Put simply, women have distinct health risks that men do not have,
and these risks must be attended to.
On the day I saw the young woman lying dead under a blanket in DRC, I reaffirmed a decision I had made early in my career to be one of the voices within MSF that pushes the organization to pay particular attention to the specific needs women have in the contexts where we work. I am still one of those voices, and I’m glad to say I’m one of many, as you’ll see in the pages that follow.
Put simply, women have distinct health risks that men do not have, and these risks must be attended to. Let’s start with the obvious: women get pregnant and bear children. Worldwide, more than a third of all deliveries have complications, and 15 percent of all deliveries involve life-threatening complications—conditions likely to kill women if they cannot access emergency care. Globally, at least 287,000 women die during or shortly after childbirth every year.v Many could be saved by effective surgery, trained medical workers who recognize the severity of their condition, transfusion services, prompt transport to medical facilities or closer proximity to existing ones.
In far too many cases, these things are simply unavailable. My colleagues and I have lost count of the cases we know of in which women in labor could not find or afford a ride to the hospital, or a woman walked for hours or days while in labor only to learn that there was no doctor she could see until the following morning, if at all, or that she would be charged far more money than she could pull together to get the care she urgently needed.
The women and girls who manage to survive a life-threatening complication without emergency care, the so-called lucky ones, will usually lose their baby and may develop an obstetric fistula, which, while not immediately life-threatening, can have profound consequences for their health and future. Many women with fistulas not only carry the grief of a lost child; they also face rejection by their husbands, their families, and their communities.
There are solutions. Good referral systems
with ambulance services are one.
Maternity waiting houses are another.
When a woman does manage to deliver her baby successfully, the lack of sufficient newborn care in many places jeopardizes her child’s ability to survive the first few weeks of life. A newborn’s chances of survival are even slimmer if the birth was prolonged and complicated. In 2013, 2.8 million babies died before they were a month old, mostly due to asphyxia, infection, and pre-term or low birth weight complications.vi Again, access to properly trained medical workers and relatively basic care could have saved many of these children.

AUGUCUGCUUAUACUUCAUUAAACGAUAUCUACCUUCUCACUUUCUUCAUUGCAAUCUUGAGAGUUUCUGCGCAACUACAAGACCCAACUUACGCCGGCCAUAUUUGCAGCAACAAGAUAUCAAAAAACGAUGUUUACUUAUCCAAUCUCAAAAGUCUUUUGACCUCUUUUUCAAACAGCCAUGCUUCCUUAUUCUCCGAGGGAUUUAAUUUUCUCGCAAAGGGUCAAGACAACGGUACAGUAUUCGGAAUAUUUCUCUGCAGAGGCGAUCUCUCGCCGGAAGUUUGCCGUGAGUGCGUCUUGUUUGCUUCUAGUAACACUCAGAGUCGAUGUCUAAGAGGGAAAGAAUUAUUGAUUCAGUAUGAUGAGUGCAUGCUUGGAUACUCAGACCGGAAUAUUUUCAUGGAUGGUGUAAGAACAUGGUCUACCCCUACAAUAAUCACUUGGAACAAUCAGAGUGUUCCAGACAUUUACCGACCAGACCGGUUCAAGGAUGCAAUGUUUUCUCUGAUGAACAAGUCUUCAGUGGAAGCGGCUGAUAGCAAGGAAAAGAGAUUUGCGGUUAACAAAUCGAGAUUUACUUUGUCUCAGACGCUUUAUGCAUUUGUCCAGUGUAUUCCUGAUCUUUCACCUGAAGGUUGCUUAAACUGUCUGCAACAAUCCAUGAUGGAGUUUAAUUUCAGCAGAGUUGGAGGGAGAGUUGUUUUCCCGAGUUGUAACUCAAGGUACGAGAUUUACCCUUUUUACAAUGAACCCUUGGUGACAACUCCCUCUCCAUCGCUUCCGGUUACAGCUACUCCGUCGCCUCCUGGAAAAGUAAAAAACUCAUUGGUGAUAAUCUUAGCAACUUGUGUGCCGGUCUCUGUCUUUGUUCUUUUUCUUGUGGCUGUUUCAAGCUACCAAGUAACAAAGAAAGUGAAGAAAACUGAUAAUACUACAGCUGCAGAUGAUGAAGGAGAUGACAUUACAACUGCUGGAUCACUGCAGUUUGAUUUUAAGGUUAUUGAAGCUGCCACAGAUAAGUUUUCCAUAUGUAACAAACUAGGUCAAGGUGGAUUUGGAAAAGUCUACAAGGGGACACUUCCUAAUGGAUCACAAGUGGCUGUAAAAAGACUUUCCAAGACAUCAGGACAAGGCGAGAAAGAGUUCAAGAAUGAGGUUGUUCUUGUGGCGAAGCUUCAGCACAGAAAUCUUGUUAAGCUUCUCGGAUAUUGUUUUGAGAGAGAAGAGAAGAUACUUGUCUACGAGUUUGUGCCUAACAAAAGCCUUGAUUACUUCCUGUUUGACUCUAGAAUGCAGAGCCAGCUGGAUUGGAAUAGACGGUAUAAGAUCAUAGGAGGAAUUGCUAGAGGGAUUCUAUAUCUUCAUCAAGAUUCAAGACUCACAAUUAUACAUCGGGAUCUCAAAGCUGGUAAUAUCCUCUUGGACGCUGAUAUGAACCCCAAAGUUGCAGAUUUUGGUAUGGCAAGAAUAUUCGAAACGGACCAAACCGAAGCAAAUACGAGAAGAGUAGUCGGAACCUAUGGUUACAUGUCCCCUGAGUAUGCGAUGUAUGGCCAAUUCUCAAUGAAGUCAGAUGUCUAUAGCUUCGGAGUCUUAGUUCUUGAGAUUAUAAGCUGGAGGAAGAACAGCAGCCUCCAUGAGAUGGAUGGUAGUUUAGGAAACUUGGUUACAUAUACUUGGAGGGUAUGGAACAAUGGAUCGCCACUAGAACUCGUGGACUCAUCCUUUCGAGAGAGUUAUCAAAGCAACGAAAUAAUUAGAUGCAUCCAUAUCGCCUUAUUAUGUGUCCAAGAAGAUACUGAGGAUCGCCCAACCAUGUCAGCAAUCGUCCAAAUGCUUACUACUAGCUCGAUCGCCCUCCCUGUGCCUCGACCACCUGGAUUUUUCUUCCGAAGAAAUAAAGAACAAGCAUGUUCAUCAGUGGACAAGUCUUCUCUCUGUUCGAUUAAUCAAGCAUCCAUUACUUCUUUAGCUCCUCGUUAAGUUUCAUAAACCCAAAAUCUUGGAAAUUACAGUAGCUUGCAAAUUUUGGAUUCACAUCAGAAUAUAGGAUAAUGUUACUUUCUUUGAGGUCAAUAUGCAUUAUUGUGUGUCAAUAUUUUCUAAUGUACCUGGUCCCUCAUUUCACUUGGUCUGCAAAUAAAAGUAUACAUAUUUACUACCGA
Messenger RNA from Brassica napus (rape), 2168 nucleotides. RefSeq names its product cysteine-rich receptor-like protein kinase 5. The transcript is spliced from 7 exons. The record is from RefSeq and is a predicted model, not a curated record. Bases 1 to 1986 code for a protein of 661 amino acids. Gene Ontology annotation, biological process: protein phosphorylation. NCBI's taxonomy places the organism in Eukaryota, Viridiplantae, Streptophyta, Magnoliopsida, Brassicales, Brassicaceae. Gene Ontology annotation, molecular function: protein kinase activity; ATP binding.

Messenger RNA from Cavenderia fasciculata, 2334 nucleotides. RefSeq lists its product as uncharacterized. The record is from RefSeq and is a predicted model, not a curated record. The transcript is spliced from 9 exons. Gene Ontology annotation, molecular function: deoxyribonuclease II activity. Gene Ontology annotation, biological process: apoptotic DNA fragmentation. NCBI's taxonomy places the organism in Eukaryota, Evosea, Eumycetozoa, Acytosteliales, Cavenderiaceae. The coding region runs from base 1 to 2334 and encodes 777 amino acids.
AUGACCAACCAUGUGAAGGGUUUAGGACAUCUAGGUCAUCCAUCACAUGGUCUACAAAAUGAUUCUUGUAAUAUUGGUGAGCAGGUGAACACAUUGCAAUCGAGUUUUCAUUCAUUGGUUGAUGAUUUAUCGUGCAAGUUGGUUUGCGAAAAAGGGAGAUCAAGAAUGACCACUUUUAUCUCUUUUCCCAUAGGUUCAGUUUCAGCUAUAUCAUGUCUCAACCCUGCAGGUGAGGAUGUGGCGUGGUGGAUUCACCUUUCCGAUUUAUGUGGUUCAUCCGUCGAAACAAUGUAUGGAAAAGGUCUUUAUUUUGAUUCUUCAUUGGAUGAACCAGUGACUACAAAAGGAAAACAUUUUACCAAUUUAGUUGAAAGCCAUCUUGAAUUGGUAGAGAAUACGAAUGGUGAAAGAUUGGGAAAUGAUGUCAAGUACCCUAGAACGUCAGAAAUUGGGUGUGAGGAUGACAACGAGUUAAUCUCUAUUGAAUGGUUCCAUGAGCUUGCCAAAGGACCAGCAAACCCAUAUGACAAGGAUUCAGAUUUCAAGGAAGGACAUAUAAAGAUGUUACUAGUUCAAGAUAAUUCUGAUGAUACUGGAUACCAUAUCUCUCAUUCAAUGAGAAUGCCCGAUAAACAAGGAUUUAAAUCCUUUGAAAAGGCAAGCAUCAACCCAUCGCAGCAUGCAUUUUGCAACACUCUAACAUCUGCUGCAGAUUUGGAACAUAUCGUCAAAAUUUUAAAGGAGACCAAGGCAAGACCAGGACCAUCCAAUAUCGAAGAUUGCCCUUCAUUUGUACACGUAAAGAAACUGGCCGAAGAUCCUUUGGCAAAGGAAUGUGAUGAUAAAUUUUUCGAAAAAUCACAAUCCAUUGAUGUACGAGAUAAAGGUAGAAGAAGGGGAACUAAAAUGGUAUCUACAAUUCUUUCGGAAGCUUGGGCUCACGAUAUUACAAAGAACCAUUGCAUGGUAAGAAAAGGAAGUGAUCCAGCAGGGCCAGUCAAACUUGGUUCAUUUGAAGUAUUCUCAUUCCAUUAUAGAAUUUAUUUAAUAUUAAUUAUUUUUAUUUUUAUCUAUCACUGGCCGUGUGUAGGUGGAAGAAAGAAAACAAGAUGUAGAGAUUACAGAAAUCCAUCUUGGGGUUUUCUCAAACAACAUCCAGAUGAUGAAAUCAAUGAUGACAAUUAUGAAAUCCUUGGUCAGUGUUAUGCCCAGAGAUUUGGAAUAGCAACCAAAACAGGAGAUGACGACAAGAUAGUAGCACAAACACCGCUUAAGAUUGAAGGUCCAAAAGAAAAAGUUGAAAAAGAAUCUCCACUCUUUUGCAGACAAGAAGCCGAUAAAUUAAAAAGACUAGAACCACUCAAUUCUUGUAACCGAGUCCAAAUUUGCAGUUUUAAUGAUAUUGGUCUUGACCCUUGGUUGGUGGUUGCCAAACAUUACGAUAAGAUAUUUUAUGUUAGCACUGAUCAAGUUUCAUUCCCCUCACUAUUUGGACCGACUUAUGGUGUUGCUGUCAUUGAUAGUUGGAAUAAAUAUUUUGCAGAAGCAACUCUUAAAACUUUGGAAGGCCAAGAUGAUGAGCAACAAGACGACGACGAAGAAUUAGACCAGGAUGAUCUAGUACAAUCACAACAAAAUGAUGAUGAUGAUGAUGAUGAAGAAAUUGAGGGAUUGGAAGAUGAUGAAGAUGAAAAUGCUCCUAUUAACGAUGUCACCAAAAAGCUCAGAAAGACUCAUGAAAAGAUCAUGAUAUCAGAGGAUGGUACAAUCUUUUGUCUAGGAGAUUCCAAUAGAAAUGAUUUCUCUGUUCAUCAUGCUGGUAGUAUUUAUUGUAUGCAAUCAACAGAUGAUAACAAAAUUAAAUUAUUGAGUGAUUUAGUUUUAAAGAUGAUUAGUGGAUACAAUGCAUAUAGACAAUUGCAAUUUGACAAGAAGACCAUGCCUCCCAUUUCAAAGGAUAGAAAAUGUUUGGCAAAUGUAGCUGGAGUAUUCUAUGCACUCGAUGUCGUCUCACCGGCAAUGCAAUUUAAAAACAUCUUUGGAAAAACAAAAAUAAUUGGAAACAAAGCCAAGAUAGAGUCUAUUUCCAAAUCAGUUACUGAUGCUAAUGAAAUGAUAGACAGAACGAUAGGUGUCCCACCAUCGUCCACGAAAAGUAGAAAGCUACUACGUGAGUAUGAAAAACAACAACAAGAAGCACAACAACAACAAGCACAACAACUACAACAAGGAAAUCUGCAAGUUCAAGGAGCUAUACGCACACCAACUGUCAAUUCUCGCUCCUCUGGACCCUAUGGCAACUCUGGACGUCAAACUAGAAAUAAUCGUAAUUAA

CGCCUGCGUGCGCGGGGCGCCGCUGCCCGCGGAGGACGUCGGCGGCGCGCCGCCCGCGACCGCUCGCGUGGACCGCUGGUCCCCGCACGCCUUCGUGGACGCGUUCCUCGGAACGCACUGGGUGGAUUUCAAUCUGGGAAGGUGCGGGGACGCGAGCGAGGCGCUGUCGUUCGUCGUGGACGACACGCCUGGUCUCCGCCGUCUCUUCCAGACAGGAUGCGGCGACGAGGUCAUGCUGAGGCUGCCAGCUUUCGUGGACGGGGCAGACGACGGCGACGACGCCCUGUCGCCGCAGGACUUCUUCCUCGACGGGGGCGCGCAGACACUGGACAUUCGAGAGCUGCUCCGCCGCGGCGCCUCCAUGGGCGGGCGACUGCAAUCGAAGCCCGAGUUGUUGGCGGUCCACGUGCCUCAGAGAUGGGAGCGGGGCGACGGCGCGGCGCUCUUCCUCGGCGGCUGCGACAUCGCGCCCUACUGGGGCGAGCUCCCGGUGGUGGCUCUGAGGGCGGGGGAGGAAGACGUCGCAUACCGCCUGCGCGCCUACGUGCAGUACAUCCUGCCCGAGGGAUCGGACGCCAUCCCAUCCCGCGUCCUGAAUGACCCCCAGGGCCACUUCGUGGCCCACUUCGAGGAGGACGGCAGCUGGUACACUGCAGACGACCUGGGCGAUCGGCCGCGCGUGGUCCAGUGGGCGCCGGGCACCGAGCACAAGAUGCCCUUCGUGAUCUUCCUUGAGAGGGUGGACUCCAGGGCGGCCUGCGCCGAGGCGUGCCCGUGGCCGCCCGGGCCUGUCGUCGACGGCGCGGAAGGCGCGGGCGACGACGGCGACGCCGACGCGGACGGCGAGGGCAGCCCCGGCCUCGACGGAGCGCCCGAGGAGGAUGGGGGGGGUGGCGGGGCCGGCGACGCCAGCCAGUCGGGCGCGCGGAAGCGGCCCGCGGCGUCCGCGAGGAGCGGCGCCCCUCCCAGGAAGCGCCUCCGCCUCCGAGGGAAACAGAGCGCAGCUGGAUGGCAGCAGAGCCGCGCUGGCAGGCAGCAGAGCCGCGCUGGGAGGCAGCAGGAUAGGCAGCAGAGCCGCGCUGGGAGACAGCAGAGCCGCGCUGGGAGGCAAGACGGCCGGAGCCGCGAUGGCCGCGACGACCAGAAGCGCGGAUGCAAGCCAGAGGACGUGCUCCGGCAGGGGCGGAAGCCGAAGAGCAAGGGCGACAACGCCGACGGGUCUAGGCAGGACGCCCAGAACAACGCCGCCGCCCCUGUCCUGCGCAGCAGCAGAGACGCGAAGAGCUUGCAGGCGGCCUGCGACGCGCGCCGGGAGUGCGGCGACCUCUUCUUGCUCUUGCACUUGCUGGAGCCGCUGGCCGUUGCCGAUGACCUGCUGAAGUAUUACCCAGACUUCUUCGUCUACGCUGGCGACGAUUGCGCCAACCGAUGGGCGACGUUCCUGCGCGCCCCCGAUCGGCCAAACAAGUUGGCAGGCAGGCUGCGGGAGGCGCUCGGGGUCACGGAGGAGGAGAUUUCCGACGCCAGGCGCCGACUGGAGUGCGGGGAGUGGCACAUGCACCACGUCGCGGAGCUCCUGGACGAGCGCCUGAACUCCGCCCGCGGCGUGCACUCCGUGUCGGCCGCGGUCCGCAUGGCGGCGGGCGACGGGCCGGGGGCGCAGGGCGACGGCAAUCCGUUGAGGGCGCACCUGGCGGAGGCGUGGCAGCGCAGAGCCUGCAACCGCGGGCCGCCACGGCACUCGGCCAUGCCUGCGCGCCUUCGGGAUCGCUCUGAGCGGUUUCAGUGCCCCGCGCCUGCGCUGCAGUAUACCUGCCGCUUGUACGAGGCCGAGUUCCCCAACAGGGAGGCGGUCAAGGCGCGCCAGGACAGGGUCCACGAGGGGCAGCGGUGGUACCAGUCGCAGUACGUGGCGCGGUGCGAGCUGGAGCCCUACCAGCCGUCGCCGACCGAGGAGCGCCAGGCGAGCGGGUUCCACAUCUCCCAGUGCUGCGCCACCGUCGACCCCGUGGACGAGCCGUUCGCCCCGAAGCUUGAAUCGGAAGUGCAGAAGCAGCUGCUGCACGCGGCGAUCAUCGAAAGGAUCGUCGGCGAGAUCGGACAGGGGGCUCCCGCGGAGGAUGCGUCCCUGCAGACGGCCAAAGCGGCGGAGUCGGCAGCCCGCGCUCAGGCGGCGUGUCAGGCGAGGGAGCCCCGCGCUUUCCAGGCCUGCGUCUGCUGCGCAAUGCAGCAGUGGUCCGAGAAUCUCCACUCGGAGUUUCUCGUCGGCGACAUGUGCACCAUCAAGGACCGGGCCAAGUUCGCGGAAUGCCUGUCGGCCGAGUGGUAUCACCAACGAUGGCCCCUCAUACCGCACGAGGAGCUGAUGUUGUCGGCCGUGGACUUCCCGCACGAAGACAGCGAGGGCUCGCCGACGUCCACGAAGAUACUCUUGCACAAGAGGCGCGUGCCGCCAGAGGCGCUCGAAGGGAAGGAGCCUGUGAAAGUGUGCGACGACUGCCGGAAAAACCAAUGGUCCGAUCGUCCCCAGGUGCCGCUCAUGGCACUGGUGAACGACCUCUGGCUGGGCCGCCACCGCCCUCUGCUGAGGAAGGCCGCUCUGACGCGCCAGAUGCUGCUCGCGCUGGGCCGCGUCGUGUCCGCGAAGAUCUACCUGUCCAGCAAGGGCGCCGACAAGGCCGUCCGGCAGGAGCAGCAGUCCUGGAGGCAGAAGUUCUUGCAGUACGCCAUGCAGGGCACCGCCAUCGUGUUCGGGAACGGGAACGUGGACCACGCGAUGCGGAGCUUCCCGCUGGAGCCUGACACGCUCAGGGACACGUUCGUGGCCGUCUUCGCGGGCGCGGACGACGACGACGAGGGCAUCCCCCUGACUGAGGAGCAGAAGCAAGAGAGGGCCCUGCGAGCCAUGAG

There are solutions. Good referral systems with ambulance services are one. Maternity waiting houses are another. In places where a woman lives far from the nearest hospital, she can spend the last weeks of her pregnancy in a house near a working hospital, alongside other pregnant women who can then count on getting the care they and their babies need when they give birth. That’s exactly what MSF offers in Masisi, DRC, at a 70-bed maternity waiting house that is almost always filled to capacity. This is another simple intervention with profound consequences.
The challenges women contend with go beyond childbirth, of course. For a host of reasons, women are more vulnerable to contracting HIV and they struggle to get treatment if they do. They also bear the terrible burden of possibly passing the virus to their child.
Just growing up female can lead to health risks: In many countries, the custom of female genital mutilation (FGM) persists, affecting up to two million girls each year. FGM has no health benefits and is extremely painful and debilitating, with both immediate and lifelong health consequences.
In wartime, access to health care often declines, affecting everyone. For women, though, conflict results in even fewer options in maternal or pediatric care, or vaccinations for their children. Conflict also creates environments of rampant exploitation of women and girls and of rape used as a weapon. Displacement in general, whether due to economic necessity or man-made or natural disasters, leaves women and girls more vulnerable to sexual violence and trafficking.
In many of the places where MSF works, women have no access to birth control and little control over their sexual lives. If a woman or girl has an unwanted pregnancy, there are very few options. If she carries the pregnancy to term, she could bear harsh social consequences. If she decides to seek an unsafe abortion, as millions of women with no access to safe abortion do every year, she risks severe injury, even death.